There are some sentences you imagine you will never need to type.

“Government bans income tax” is just one instance. “Wayne Rooney’s lecture on atomic physics received with acclaim” might be another. I thought “Aussies let down by sloppy fielding” would be a third never to be written sentence until I saw some of the worst fielding ever at the start of the third day of the second Test in Hyderabad.

I was wrong. In a half-a-dozen overs I saw the ball carelessly slipped out of an outfielder’s hands, the ball head for the boundary through another fielder’s legs — what the footballers call a nutmeg — and a complete snatched miss by a fielder using both hands. Wicketkeeper and bowler were chasing shadows as they tried to collect wild returns from the boundary.

Poor fielding

I have rarely seen worse fielding from any side and I have been watching the Australians’ usually efficient, electric and accurate hunting, gathering and immaculate returns since 1948.

There have been one or two youngsters who have had to have the hard word about their fielding — Shane Warne began as a slouch — but like Warne they have gone away, practised hard and returned to the side to field with distinction.

Long, long ago Bill Johnston was a 6ft 2in clumsy left-arm fast bowler who had to be hidden.

Ernie Toshack, a left-arm medium pace bowler, was not a great fielder but both compensated for their failures with a throwing arm that rocketed the ball back to the wicket-keeper.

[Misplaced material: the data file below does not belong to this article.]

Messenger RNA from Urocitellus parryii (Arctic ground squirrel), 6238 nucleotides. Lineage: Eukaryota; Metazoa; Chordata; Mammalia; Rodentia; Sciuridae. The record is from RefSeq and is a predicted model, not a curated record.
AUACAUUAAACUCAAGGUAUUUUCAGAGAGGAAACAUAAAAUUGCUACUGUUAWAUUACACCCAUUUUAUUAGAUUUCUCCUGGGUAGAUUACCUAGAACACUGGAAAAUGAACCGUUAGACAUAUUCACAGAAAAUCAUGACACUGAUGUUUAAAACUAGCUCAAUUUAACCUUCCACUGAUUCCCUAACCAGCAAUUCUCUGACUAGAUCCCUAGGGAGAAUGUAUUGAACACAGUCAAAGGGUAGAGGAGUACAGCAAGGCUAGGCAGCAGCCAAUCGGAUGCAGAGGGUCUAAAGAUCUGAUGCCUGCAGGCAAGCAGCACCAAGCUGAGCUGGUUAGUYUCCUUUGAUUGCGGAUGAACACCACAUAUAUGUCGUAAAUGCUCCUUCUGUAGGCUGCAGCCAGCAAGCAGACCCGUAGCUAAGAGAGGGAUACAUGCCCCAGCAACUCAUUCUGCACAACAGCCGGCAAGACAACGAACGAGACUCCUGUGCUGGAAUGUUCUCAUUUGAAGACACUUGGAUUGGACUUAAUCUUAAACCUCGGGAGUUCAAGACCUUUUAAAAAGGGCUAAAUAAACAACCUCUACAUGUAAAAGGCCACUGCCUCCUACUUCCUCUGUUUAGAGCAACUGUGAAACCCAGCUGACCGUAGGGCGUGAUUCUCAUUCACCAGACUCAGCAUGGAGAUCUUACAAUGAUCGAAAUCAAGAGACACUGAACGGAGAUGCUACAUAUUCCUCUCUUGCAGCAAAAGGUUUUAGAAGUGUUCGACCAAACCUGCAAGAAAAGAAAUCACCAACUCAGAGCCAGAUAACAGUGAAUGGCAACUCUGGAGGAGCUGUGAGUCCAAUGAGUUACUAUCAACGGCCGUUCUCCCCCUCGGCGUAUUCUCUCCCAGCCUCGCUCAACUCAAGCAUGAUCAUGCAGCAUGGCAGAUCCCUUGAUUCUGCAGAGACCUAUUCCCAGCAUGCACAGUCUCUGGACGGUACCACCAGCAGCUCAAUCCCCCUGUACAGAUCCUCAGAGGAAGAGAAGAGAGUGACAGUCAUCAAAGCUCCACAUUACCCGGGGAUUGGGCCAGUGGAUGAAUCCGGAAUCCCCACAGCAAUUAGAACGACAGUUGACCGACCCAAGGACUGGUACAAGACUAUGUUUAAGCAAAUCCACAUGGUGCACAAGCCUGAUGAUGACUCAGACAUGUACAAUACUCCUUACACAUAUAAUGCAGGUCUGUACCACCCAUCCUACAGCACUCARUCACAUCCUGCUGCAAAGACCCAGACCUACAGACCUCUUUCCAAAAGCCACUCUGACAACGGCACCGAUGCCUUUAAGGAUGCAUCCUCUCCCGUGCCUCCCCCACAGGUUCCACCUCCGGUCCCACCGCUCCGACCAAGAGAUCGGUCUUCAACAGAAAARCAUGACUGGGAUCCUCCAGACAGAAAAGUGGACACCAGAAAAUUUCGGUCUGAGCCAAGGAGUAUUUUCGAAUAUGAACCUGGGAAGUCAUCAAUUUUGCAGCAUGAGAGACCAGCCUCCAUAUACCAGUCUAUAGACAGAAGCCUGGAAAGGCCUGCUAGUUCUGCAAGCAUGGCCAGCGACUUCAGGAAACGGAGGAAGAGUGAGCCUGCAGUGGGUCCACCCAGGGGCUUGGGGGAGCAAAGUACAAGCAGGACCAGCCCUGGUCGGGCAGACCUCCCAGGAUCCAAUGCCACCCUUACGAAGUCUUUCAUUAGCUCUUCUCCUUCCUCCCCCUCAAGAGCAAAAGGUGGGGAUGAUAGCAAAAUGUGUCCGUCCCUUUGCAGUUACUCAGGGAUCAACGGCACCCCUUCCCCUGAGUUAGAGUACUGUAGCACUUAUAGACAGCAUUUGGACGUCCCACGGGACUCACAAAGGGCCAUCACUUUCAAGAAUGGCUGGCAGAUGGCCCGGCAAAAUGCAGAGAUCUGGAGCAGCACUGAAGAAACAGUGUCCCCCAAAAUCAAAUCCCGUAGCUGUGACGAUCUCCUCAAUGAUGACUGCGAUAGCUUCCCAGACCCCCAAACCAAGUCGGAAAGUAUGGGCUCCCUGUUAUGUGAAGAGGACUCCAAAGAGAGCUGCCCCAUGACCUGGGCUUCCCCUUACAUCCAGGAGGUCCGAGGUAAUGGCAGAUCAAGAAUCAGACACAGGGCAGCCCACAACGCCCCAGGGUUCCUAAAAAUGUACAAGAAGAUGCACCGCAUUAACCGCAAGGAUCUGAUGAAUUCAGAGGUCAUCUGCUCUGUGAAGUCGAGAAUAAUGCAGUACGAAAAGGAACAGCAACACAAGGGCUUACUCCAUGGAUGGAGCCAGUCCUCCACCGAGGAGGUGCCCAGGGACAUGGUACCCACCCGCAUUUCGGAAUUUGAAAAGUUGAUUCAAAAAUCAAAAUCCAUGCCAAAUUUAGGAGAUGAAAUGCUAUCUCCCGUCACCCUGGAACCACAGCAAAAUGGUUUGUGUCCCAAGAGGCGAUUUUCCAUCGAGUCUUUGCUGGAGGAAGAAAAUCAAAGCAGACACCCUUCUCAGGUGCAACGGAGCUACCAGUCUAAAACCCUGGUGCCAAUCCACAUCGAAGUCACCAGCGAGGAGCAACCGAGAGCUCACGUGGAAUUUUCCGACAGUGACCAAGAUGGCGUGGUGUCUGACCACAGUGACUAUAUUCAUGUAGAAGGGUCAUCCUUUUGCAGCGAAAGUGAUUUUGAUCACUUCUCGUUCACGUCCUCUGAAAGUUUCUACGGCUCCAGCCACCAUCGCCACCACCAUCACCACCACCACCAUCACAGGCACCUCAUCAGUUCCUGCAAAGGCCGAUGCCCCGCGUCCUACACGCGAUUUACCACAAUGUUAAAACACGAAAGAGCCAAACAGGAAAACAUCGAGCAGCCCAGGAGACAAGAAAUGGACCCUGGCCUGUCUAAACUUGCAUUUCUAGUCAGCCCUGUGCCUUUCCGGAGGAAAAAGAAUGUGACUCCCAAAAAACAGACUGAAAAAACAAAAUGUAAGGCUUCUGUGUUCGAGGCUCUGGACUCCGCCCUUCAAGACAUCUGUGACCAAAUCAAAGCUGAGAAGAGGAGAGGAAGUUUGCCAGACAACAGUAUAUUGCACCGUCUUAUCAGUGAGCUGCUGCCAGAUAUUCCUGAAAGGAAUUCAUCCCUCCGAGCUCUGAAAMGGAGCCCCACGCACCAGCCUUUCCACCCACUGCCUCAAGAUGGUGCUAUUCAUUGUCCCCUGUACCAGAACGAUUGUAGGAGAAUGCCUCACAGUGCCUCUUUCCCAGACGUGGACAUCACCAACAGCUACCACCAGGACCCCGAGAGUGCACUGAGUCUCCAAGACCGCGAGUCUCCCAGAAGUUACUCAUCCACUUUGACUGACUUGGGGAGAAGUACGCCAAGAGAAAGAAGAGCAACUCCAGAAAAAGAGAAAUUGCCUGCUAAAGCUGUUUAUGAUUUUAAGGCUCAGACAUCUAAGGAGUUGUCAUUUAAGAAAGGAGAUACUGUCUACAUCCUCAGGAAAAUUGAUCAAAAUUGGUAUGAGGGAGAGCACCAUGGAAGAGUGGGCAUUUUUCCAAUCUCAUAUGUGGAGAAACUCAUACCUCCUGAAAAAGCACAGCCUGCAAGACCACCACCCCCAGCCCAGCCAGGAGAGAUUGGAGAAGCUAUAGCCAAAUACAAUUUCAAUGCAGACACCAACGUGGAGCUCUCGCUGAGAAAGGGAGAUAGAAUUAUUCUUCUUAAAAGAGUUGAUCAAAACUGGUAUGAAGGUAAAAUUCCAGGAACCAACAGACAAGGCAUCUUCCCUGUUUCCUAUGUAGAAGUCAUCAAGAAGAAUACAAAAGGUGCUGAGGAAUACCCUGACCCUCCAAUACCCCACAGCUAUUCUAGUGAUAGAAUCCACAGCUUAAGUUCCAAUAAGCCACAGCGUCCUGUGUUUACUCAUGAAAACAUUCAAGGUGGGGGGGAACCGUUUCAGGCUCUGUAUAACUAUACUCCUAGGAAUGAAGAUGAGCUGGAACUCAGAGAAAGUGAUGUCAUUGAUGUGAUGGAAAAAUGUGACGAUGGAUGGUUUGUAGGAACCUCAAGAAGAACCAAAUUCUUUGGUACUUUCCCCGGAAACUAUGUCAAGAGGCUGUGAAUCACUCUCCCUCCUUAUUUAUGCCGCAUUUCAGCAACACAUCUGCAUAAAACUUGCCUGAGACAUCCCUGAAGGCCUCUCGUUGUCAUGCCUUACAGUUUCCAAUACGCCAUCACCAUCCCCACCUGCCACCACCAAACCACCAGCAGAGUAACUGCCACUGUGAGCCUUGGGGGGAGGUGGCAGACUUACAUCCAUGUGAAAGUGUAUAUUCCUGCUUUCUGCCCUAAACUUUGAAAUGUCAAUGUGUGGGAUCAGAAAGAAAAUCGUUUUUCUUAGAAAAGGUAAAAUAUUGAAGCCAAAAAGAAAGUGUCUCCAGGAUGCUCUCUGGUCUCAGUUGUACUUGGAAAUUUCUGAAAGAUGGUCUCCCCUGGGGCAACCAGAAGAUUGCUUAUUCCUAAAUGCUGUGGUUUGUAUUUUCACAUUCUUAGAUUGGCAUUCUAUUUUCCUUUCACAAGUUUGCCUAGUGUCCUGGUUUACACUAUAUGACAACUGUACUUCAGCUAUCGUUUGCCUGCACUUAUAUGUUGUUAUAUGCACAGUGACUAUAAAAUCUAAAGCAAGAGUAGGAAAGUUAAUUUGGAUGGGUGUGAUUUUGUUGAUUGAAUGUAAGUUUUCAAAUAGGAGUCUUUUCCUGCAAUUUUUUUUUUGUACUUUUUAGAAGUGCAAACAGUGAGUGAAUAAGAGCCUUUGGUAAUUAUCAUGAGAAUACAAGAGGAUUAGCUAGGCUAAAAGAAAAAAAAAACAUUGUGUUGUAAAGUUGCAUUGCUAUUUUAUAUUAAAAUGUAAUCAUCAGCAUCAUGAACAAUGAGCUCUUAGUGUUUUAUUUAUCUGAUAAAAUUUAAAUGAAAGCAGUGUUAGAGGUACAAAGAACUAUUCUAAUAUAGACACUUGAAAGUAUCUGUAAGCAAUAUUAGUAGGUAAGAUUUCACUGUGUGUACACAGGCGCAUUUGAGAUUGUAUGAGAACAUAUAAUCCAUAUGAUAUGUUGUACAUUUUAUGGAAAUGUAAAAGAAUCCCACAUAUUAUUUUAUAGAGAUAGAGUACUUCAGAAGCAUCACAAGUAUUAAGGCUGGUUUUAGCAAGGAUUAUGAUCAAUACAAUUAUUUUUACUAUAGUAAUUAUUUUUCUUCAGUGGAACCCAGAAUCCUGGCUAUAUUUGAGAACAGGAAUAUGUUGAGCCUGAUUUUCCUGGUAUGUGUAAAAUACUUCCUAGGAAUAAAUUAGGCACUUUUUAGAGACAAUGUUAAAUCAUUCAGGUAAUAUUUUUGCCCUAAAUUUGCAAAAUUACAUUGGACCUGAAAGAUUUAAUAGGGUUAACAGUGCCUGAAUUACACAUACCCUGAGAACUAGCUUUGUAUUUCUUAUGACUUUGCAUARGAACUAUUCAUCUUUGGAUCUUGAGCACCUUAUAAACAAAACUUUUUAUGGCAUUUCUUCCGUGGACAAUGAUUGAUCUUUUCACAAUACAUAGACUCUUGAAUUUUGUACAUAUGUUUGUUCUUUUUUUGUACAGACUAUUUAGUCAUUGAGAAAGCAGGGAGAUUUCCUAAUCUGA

So if you want to find the basic cause of the Australians’ failure in this series it is that their out-cricket is far from the enthusiastic performance of the Indian side — and that is another sentence I never expected to write.

Once India was a by-word for poor fielding. No longer.

They chase down the ball in packs — I credit Duncan Fletcher for that improvement — and when with 100 runs to spare Harbhajan Singh threw himself at the ball to turn a four into a three the whole team applauded him.

So at last the word has got through to the Indian side that fielding — and not just catches — wins matches but I am afraid that it is a neglected art among the Aussies.

Of course the Indians had a reason to try hard. They were one win ahead and heading for a second. Australia had batted appallingly on day one — with the honourable exception of Michael Clarke who despite his second innings failure cannot stop making runs and is probably top of the world rankings at the moment.

Vijay and Pujara had shown how to deal with that tricky wicket and provided the big stand that gave India a first innings lead just too daunting to surpass.

Spinning tracks

Can the Aussies come back after such a humiliation? I think not. The margin is too wide, they are ill-equipped to deal with the spinning tracks that we must expect for the rest of the series — Mohali apart – and the Australian batsmen all left the crease on that final eight-wicket session shaking their heads.

That is a sign not of defeat with determination to make a better fist of it next time but of an understanding that it is a beaten side, heading home for the biggest barrage of criticism since it lost to England in 1981 — “like ice cream melting in the sun” said one writer.

It has not just lost this series but its will to win; and after watching it play for more than half a century that is another sentence I thought I would never have to write.


Sehwag pays the priceMarch 7, 2013

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